The Canadian Government Put Strings On The Rogers/Shaw Merger….. Not That It Makes A Difference….

Yesterday the Rogers/Shaw merger got approved by the Canadian government. That means less competition and higher prices for Canadians. But if you believe the Canadian government (Spoiler alert: I don’t) there are guardrails in place to make sure that this is a good deal for Canadians. Here’s the TL:DR for your perusal:

“As part of these agreements and conditions, Videotron:

  • Will offer plans that are comparable to those currently available in Quebec, and offer options at least 20% cheaper than those made available by the major players;
  • Cannot transfer the Freedom Mobile licences for a period of ten years;
  • Will have to expand its 5G wireless network in Freedom Mobile’s pre-existing operating territory within two years;
  • Will expand mobile service into Manitoba via the use of a signed Mobile Virtual Network Operator (MVNO) agreement or other means and offer plans comparable to what it offers in Quebec; and,
  • Will increase data allotments of existing Freedom Mobile customers by 10% as a near-term bonus while it invests to bring down prices overall.

“Separately, Rogers will also be subject to strict and legally binding commitments requiring them to make major investments to improve connectivity within the next 5 years, including:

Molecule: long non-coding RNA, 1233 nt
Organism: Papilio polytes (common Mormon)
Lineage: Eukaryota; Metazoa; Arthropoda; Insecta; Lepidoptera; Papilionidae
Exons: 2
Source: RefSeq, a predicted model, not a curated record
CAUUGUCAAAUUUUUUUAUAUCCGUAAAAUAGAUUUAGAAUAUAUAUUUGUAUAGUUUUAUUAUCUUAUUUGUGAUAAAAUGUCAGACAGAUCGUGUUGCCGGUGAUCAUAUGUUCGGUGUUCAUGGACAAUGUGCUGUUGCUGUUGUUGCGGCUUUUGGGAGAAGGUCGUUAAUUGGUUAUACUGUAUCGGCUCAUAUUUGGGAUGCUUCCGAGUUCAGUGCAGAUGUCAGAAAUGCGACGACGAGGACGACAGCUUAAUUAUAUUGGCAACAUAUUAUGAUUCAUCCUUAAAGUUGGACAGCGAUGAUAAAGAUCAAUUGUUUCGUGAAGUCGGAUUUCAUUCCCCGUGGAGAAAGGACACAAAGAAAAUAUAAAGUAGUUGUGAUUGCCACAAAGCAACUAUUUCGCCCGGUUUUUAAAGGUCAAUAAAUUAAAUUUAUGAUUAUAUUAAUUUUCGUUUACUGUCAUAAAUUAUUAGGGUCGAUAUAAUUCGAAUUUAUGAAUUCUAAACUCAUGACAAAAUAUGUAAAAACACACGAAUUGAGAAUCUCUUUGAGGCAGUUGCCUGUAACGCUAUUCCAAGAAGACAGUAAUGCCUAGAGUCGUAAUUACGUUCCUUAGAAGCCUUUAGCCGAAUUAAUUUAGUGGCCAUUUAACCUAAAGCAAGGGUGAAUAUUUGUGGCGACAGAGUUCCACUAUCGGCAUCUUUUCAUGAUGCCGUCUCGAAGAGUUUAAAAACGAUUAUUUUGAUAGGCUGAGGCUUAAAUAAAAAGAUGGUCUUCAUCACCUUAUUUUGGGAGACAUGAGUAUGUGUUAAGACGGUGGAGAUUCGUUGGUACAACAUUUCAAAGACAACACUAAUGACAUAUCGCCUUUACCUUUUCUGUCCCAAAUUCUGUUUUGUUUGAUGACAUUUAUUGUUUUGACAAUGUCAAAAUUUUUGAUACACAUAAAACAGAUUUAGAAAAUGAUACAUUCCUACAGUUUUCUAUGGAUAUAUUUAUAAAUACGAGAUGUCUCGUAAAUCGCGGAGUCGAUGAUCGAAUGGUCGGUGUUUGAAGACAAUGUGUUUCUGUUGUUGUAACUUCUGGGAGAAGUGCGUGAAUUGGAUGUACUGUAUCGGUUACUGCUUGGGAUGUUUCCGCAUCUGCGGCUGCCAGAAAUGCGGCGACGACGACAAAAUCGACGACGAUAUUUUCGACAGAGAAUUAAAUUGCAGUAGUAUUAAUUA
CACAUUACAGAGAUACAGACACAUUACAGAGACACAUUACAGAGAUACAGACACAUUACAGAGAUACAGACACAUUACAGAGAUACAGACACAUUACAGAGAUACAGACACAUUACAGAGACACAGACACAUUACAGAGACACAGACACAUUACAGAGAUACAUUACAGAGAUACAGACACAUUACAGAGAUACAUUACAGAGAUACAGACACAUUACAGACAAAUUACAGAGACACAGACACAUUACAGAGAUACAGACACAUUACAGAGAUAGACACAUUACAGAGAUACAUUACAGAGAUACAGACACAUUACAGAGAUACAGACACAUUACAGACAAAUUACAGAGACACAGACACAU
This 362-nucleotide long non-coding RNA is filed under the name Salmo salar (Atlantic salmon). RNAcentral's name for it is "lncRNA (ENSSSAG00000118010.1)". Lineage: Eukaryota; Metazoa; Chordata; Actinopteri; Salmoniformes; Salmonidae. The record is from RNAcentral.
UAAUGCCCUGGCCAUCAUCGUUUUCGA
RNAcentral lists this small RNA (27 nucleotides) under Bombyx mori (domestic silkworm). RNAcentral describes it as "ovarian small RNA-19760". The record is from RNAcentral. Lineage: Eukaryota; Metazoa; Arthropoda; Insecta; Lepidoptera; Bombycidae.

• Creating 3,000 new jobs in Western Canada and maintaining them for a minimum of 10 years after the closing date;
  • Establishing a Western headquarters in Calgary and maintaining it for a minimum of 10 years after the closing date;
  • Investing $1 billion to expand broadband Internet access, at speeds of at least 50/10 megabits per second, and 5G mobile service in areas where it is not currently available;
  • Investing at least $2.5 billion to enhance its 5G network in Western Canada, and $3 billion in additional network service expansion projects; and,
  • Expanding access to low-cost broadband Internet plans and launching a new low-cost mobile offering for low-income Canadians.

“These agreements are subject to significant financial damages for non-compliance: up to $200 million in the case of Videotron and up to $1 billion in the case of Rogers. These agreements will be released publicly and are subject to annual reporting requirements.

“Should the parties fail to live up to any of their commitments, our government will use every means in our power to enforce the terms on behalf of Canadians.

Now that all sounds good and the potential fines sound big. Not to mention the potential fines are meant to encourage Videotron and Rogers to do everything on this list. But call me a skeptic, I really don’t see any of this bringing about more competition and lower prices. The problem with the Canadian telco space is that it’s an oligopoly. And this deal does nothing to address that. Until the folks in Ottawa figure out that there has to be a big foreign player that is allowed to enter the Canadian market, Canadians will continue to pay among the highest prices for their telco services.

One Response to “The Canadian Government Put Strings On The Rogers/Shaw Merger….. Not That It Makes A Difference….”

  1. David Johnson Says:

    And this is why I no longer live in Canada! At least, I like to get kissed BEFORE I get F*cked.

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